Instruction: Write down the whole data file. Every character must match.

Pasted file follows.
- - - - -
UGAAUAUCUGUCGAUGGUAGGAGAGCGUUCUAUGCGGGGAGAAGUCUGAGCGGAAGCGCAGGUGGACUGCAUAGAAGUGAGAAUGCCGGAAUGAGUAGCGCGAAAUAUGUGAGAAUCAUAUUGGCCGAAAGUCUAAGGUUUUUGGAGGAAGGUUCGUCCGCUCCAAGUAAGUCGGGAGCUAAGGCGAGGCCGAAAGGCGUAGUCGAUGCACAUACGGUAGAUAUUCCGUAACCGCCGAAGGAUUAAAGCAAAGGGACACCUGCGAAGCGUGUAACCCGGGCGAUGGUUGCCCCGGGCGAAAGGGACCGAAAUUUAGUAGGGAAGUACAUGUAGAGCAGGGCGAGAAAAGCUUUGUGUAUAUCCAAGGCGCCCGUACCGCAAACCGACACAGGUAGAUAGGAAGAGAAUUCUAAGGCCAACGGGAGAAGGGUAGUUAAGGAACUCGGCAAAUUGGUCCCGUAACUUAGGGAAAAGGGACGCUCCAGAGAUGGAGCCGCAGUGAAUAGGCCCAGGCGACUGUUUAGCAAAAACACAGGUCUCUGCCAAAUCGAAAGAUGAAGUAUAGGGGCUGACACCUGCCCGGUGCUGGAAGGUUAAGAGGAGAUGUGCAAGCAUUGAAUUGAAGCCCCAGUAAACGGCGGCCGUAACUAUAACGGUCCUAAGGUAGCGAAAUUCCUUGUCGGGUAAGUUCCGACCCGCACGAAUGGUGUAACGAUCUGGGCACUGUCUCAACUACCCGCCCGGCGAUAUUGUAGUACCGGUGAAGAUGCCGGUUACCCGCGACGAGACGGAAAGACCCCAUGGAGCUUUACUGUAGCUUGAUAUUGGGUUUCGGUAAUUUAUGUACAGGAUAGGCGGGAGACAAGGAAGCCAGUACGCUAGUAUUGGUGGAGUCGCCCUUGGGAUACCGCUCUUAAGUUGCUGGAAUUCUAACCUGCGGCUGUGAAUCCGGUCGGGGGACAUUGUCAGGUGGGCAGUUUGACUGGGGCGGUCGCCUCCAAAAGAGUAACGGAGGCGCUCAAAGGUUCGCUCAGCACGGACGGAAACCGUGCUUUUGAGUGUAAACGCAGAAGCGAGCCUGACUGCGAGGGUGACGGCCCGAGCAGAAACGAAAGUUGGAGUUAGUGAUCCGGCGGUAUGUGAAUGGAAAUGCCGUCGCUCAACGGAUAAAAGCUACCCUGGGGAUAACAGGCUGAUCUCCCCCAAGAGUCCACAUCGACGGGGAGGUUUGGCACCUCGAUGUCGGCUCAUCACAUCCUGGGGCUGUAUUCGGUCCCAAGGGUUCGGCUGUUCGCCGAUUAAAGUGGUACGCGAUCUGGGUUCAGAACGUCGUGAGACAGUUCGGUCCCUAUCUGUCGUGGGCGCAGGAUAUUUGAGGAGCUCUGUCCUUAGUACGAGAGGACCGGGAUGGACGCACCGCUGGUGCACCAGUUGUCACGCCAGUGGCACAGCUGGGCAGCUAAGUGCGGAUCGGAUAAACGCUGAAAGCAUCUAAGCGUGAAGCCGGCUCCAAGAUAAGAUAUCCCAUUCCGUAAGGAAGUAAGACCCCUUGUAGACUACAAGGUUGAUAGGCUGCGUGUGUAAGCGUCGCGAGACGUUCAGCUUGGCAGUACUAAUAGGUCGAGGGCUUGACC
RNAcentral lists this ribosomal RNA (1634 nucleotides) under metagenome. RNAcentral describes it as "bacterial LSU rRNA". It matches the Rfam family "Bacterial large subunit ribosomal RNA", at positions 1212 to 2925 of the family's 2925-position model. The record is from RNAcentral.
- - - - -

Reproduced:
UGAAUAUCUGUCGAUGGUAGGAGAGCGUUCUAUGCGGGGAGAAGUCUGAGCGGAAGCGCAGGUGGACUGCAUAGAAGUGAGAAUGCCGGAAUGAGUAGCGCGAAAUAUGUGAGAAUCAUAUUGGCCGAAAGUCUAAGGUUUUUGGAGGAAGGUUCGUCCGCUCCAAGUAAGUCGGGAGCUAAGGCGAGGCCGAAAGGCGUAGUCGAUGCACAUACGGUAGAUAUUCCGUAACCGCCGAAGGAUUAAAGCAAAGGGACACCUGCGAAGCGUGUAACCCGGGCGAUGGUUGCCCCGGGCGAAAGGGACCGAAAUUUAGUAGGGAAGUACAUGUAGAGCAGGGCGAGAAAAGCUUUGUGUAUAUCCAAGGCGCCCGUACCGCAAACCGACACAGGUAGAUAGGAAGAGAAUUCUAAGGCCAACGGGAGAAGGGUAGUUAAGGAACUCGGCAAAUUGGUCCCGUAACUUAGGGAAAAGGGACGCUCCAGAGAUGGAGCCGCAGUGAAUAGGCCCAGGCGACUGUUUAGCAAAAACACAGGUCUCUGCCAAAUCGAAAGAUGAAGUAUAGGGGCUGACACCUGCCCGGUGCUGGAAGGUUAAGAGGAGAUGUGCAAGCAUUGAAUUGAAGCCCCAGUAAACGGCGGCCGUAACUAUAACGGUCCUAAGGUAGCGAAAUUCCUUGUCGGGUAAGUUCCGACCCGCACGAAUGGUGUAACGAUCUGGGCACUGUCUCAACUACCCGCCCGGCGAUAUUGUAGUACCGGUGAAGAUGCCGGUUACCCGCGACGAGACGGAAAGACCCCAUGGAGCUUUACUGUAGCUUGAUAUUGGGUUUCGGUAAUUUAUGUACAGGAUAGGCGGGAGACAAGGAAGCCAGUACGCUAGUAUUGGUGGAGUCGCCCUUGGGAUACCGCUCUUAAGUUGCUGGAAUUCUAACCUGCGGCUGUGAAUCCGGUCGGGGGACAUUGUCAGGUGGGCAGUUUGACUGGGGCGGUCGCCUCCAAAAGAGUAACGGAGGCGCUCAAAGGUUCGCUCAGCACGGACGGAAACCGUGCUUUUGAGUGUAAACGCAGAAGCGAGCCUGACUGCGAGGGUGACGGCCCGAGCAGAAACGAAAGUUGGAGUUAGUGAUCCGGCGGUAUGUGAAUGGAAAUGCCGUCGCUCAACGGAUAAAAGCUACCCUGGGGAUAACAGGCUGAUCUCCCCCAAGAGUCCACAUCGACGGGGAGGUUUGGCACCUCGAUGUCGGCUCAUCACAUCCUGGGGCUGUAUUCGGUCCCAAGGGUUCGGCUGUUCGCCGAUUAAAGUGGUACGCGAUCUGGGUUCAGAACGUCGUGAGACAGUUCGGUCCCUAUCUGUCGUGGGCGCAGGAUAUUUGAGGAGCUCUGUCCUUAGUACGAGAGGACCGGGAUGGACGCACCGCUGGUGCACCAGUUGUCACGCCAGUGGCACAGCUGGGCAGCUAAGUGCGGAUCGGAUAAACGCUGAAAGCAUCUAAGCGUGAAGCCGGCUCCAAGAUAAGAUAUCCCAUUCCGUAAGGAAGUAAGACCCCUUGUAGACUACAAGGUUGAUAGGCUGCGUGUGUAAGCGUCGCGAGACGUUCAGCUUGGCAGUACUAAUAGGUCGAGGGCUUGACC
RNAcentral lists this ribosomal RNA (1634 nucleotides) under metagenome. RNAcentral describes it as "bacterial LSU rRNA". It matches the Rfam family "Bacterial large subunit ribosomal RNA", at positions 1212 to 2925 of the family's 2925-position model. The record is from RNAcentral.